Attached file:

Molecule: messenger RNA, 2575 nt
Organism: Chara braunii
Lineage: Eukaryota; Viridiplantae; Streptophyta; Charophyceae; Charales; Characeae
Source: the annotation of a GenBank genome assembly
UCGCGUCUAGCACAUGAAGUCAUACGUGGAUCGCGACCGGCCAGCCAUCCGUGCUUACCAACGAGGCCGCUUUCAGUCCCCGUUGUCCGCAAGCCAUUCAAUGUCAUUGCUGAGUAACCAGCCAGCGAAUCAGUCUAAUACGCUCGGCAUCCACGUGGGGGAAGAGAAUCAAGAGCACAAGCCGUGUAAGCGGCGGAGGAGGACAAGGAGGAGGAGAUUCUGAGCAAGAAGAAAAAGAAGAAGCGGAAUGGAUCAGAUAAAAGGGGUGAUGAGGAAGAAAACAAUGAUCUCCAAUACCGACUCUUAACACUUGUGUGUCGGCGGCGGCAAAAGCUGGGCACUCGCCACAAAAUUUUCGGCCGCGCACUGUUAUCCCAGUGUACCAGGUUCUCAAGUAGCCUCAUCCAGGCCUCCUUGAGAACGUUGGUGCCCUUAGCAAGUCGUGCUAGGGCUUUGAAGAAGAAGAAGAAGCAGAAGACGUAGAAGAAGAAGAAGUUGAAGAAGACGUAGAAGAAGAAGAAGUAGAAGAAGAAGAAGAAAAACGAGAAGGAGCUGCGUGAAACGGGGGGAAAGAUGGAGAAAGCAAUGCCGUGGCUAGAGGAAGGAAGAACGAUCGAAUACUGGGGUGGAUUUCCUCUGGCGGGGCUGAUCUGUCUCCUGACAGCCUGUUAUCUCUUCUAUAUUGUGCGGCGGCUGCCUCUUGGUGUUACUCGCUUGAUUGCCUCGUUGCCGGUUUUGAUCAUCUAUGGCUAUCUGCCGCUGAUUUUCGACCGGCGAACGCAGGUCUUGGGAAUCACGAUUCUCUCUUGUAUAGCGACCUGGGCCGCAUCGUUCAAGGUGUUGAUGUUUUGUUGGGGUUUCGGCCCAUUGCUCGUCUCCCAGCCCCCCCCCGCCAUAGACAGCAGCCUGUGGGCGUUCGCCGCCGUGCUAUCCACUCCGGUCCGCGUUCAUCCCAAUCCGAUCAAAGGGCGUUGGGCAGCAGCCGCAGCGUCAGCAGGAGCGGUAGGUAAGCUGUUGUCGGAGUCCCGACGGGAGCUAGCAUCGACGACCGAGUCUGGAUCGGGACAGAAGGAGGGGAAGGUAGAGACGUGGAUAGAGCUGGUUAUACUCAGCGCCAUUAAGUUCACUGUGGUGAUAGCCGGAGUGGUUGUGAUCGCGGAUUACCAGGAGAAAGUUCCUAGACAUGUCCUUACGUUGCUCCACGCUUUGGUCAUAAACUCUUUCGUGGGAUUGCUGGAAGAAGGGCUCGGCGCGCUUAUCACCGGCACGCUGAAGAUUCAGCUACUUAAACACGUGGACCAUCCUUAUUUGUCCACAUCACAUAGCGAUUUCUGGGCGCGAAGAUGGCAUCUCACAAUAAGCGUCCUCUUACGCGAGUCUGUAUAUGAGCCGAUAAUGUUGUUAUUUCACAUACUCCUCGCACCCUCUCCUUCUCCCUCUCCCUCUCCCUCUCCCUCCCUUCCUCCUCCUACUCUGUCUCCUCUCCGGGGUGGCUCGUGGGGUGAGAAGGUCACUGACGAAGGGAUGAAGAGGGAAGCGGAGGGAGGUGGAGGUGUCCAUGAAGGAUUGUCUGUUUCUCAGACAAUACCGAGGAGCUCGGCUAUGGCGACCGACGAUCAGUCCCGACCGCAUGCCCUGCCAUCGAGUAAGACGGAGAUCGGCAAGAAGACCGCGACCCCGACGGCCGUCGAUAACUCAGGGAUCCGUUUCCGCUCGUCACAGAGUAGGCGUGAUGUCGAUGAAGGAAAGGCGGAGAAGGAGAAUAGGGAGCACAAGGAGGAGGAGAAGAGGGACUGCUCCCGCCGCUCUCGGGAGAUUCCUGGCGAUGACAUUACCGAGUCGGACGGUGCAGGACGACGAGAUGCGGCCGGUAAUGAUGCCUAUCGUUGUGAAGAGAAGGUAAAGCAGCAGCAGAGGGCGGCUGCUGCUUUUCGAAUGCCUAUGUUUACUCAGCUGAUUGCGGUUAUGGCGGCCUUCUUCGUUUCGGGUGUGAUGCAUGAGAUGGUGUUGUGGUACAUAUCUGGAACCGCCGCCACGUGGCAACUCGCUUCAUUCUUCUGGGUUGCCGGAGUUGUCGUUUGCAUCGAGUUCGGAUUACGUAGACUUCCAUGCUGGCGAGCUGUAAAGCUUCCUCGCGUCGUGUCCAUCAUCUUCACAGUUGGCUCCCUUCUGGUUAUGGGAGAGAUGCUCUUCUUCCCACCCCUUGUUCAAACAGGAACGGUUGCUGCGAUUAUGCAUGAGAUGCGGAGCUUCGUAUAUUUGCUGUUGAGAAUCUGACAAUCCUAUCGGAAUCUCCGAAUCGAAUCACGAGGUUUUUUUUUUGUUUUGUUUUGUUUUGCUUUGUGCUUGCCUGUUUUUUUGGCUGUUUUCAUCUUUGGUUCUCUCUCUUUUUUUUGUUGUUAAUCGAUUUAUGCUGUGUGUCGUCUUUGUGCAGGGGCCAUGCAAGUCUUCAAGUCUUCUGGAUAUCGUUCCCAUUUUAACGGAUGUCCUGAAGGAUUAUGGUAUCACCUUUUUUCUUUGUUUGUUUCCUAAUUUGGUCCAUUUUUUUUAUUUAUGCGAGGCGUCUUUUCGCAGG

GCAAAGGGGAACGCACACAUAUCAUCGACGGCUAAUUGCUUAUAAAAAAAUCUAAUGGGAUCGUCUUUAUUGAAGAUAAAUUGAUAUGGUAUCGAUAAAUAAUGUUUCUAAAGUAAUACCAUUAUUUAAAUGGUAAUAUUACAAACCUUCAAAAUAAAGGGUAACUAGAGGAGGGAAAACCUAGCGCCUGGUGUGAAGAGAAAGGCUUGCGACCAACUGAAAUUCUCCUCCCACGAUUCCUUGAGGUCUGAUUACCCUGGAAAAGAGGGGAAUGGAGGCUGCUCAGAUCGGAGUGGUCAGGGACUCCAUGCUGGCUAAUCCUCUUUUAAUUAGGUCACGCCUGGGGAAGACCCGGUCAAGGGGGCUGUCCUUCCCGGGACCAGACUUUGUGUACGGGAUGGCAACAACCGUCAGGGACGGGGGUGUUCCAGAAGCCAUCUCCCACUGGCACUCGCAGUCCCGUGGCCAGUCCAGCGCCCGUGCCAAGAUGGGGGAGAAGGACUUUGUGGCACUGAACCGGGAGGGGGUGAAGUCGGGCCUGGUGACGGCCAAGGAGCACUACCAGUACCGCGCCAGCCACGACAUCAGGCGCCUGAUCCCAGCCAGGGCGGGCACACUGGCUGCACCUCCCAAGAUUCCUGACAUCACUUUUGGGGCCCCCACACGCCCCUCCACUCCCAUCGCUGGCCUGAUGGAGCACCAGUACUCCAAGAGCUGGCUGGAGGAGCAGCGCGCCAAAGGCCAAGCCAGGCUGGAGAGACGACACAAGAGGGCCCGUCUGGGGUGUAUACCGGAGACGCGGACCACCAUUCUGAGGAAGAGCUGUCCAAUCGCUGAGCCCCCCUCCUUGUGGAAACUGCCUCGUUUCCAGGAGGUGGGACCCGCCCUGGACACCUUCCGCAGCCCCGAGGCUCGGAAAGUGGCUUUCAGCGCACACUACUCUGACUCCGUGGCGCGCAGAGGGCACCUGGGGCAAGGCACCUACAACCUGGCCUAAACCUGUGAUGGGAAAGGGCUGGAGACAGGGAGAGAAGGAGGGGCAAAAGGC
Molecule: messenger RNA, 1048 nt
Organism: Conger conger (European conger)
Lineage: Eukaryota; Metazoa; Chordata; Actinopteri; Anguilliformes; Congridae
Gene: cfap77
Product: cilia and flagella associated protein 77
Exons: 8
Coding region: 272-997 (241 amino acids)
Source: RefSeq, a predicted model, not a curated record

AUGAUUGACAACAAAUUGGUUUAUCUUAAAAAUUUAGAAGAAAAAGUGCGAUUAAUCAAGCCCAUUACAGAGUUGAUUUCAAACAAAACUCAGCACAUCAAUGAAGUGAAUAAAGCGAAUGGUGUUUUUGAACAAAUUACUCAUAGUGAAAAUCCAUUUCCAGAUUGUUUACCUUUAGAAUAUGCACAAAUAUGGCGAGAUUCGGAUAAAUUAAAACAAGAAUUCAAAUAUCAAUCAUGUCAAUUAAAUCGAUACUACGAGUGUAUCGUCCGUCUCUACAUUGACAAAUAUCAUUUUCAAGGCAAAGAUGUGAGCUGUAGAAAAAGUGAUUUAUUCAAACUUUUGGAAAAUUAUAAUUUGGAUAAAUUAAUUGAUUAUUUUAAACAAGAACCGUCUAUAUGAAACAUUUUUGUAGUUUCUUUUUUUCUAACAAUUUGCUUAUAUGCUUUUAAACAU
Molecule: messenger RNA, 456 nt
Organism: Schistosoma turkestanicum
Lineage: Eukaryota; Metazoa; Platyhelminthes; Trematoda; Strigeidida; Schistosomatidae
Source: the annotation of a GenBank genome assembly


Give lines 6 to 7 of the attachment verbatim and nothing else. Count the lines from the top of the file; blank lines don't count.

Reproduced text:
GCAAAGGGGAACGCACACAUAUCAUCGACGGCUAAUUGCUUAUAAAAAAAUCUAAUGGGAUCGUCUUUAUUGAAGAUAAAUUGAUAUGGUAUCGAUAAAUAAUGUUUCUAAAGUAAUACCAUUAUUUAAAUGGUAAUAUUACAAACCUUCAAAAUAAAGGGUAACUAGAGGAGGGAAAACCUAGCGCCUGGUGUGAAGAGAAAGGCUUGCGACCAACUGAAAUUCUCCUCCCACGAUUCCUUGAGGUCUGAUUACCCUGGAAAAGAGGGGAAUGGAGGCUGCUCAGAUCGGAGUGGUCAGGGACUCCAUGCUGGCUAAUCCUCUUUUAAUUAGGUCACGCCUGGGGAAGACCCGGUCAAGGGGGCUGUCCUUCCCGGGACCAGACUUUGUGUACGGGAUGGCAACAACCGUCAGGGACGGGGGUGUUCCAGAAGCCAUCUCCCACUGGCACUCGCAGUCCCGUGGCCAGUCCAGCGCCCGUGCCAAGAUGGGGGAGAAGGACUUUGUGGCACUGAACCGGGAGGGGGUGAAGUCGGGCCUGGUGACGGCCAAGGAGCACUACCAGUACCGCGCCAGCCACGACAUCAGGCGCCUGAUCCCAGCCAGGGCGGGCACACUGGCUGCACCUCCCAAGAUUCCUGACAUCACUUUUGGGGCCCCCACACGCCCCUCCACUCCCAUCGCUGGCCUGAUGGAGCACCAGUACUCCAAGAGCUGGCUGGAGGAGCAGCGCGCCAAAGGCCAAGCCAGGCUGGAGAGACGACACAAGAGGGCCCGUCUGGGGUGUAUACCGGAGACGCGGACCACCAUUCUGAGGAAGAGCUGUCCAAUCGCUGAGCCCCCCUCCUUGUGGAAACUGCCUCGUUUCCAGGAGGUGGGACCCGCCCUGGACACCUUCCGCAGCCCCGAGGCUCGGAAAGUGGCUUUCAGCGCACACUACUCUGACUCCGUGGCGCGCAGAGGGCACCUGGGGCAAGGCACCUACAACCUGGCCUAAACCUGUGAUGGGAAAGGGCUGGAGACAGGGAGAGAAGGAGGGGCAAAAGGC
Molecule: messenger RNA, 1048 nt